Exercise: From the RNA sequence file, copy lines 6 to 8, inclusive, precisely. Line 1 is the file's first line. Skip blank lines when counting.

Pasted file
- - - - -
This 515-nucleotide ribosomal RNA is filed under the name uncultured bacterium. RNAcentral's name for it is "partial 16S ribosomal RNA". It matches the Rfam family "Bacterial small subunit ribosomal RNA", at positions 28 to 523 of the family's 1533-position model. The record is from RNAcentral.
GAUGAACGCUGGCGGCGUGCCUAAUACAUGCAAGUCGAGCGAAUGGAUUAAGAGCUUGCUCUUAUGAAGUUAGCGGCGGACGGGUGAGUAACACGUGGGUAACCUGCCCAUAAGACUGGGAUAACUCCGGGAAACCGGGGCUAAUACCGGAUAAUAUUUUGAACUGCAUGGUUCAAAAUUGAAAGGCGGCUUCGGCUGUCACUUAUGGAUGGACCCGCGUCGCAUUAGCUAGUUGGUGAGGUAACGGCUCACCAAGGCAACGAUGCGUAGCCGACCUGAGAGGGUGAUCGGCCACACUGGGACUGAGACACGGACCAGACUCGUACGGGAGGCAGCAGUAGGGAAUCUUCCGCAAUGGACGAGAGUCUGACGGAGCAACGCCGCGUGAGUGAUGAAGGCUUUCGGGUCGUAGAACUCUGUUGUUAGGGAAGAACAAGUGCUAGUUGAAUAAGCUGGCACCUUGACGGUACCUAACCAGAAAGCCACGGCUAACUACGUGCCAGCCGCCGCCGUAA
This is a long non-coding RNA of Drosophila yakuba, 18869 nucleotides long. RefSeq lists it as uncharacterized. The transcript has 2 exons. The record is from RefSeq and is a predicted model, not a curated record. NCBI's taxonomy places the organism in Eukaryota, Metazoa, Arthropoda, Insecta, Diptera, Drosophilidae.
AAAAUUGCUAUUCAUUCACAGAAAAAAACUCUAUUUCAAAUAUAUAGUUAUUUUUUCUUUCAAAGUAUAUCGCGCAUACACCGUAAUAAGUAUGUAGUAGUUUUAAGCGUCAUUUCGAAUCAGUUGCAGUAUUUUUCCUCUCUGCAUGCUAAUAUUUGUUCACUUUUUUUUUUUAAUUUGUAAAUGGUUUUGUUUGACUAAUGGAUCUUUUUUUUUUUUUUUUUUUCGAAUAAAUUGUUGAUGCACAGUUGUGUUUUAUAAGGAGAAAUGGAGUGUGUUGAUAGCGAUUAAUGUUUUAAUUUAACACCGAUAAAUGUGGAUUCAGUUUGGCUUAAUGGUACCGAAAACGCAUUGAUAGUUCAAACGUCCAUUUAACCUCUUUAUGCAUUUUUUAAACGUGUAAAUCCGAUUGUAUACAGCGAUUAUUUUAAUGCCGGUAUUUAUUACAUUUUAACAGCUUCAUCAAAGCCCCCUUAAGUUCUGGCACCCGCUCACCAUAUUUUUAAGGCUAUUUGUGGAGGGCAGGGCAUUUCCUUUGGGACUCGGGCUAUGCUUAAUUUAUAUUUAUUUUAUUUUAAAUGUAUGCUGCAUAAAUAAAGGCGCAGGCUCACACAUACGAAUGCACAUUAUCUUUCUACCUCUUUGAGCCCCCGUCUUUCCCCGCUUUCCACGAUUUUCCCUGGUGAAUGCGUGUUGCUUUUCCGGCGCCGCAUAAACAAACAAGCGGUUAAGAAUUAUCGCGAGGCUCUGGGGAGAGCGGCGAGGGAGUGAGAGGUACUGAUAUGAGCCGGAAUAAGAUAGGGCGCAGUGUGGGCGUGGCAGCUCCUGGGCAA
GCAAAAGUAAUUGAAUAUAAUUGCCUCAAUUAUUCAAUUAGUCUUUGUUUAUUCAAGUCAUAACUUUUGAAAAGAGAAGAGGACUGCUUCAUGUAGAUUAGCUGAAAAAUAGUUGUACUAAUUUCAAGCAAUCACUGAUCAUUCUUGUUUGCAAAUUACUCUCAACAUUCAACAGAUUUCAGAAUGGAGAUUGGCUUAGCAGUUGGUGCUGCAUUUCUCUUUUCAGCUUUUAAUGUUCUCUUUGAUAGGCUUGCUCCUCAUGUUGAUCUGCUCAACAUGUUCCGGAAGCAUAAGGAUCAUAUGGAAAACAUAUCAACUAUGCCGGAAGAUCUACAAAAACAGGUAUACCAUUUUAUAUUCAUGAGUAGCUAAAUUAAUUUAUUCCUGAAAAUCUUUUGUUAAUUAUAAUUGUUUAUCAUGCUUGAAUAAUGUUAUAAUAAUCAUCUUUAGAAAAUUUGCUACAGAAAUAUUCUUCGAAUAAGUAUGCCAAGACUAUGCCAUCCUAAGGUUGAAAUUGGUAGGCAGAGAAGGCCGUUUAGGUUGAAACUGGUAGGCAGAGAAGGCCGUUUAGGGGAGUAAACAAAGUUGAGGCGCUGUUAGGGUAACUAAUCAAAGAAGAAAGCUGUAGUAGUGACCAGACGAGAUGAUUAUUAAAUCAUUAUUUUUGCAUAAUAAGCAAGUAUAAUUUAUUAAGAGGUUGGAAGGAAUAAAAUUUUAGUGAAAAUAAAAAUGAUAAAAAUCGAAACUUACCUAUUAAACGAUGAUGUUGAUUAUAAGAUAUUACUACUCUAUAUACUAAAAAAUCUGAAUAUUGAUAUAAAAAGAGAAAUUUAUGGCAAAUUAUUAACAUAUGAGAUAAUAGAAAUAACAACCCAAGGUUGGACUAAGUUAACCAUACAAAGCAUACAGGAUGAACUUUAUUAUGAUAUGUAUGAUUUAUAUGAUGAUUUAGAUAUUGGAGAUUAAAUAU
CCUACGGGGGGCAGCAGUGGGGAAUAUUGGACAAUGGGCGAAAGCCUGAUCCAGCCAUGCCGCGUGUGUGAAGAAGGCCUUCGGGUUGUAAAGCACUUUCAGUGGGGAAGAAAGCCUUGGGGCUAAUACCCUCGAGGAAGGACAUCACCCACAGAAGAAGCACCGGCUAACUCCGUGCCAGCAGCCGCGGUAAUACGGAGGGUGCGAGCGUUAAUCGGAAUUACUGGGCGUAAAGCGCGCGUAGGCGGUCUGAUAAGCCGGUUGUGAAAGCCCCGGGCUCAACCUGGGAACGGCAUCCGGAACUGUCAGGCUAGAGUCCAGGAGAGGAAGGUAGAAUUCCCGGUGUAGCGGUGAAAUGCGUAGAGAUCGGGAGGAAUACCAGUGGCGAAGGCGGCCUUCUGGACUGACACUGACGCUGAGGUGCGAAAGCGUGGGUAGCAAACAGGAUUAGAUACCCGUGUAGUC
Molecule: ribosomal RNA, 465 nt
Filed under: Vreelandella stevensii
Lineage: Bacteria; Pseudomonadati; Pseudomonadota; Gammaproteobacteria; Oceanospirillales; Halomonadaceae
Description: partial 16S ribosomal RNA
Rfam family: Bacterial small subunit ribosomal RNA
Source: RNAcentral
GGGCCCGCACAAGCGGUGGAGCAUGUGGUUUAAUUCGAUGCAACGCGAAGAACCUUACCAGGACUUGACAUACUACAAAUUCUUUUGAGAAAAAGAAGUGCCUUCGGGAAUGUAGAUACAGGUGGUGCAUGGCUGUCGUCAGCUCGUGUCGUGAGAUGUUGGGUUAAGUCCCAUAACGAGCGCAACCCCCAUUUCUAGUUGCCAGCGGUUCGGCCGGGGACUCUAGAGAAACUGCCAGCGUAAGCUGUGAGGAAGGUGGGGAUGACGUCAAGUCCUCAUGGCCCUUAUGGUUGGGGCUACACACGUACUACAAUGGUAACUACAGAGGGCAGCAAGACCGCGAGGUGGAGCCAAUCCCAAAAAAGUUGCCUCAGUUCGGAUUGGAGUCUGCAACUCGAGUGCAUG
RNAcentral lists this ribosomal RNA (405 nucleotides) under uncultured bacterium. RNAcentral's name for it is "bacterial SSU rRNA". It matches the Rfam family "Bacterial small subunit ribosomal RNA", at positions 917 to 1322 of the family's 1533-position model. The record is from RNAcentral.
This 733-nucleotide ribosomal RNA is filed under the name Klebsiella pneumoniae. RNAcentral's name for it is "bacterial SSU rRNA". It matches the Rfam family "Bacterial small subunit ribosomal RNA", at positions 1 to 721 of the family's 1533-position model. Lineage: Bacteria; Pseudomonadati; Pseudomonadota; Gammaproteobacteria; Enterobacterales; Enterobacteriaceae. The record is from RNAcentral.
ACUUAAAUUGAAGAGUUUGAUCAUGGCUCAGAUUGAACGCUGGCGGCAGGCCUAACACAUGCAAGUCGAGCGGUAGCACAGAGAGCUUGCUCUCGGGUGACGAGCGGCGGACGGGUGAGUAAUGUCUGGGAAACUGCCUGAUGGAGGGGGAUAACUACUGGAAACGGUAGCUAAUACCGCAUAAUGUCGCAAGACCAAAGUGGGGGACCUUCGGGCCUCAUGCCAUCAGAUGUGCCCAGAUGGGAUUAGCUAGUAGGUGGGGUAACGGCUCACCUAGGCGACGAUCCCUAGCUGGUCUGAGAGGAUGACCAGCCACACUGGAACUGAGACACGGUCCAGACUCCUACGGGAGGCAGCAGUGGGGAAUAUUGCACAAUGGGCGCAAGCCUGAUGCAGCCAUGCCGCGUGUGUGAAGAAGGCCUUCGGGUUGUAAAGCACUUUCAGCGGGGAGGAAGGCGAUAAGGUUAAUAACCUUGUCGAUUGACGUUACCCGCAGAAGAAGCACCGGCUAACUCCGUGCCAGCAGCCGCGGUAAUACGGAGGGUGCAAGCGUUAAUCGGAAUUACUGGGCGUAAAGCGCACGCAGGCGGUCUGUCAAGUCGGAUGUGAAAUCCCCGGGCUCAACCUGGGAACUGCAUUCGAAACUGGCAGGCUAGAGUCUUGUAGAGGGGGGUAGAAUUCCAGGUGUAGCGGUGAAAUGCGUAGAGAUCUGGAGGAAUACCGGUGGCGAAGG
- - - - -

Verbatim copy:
CCUACGGGGGGCAGCAGUGGGGAAUAUUGGACAAUGGGCGAAAGCCUGAUCCAGCCAUGCCGCGUGUGUGAAGAAGGCCUUCGGGUUGUAAAGCACUUUCAGUGGGGAAGAAAGCCUUGGGGCUAAUACCCUCGAGGAAGGACAUCACCCACAGAAGAAGCACCGGCUAACUCCGUGCCAGCAGCCGCGGUAAUACGGAGGGUGCGAGCGUUAAUCGGAAUUACUGGGCGUAAAGCGCGCGUAGGCGGUCUGAUAAGCCGGUUGUGAAAGCCCCGGGCUCAACCUGGGAACGGCAUCCGGAACUGUCAGGCUAGAGUCCAGGAGAGGAAGGUAGAAUUCCCGGUGUAGCGGUGAAAUGCGUAGAGAUCGGGAGGAAUACCAGUGGCGAAGGCGGCCUUCUGGACUGACACUGACGCUGAGGUGCGAAAGCGUGGGUAGCAAACAGGAUUAGAUACCCGUGUAGUC
Molecule: ribosomal RNA, 465 nt
Filed under: Vreelandella stevensii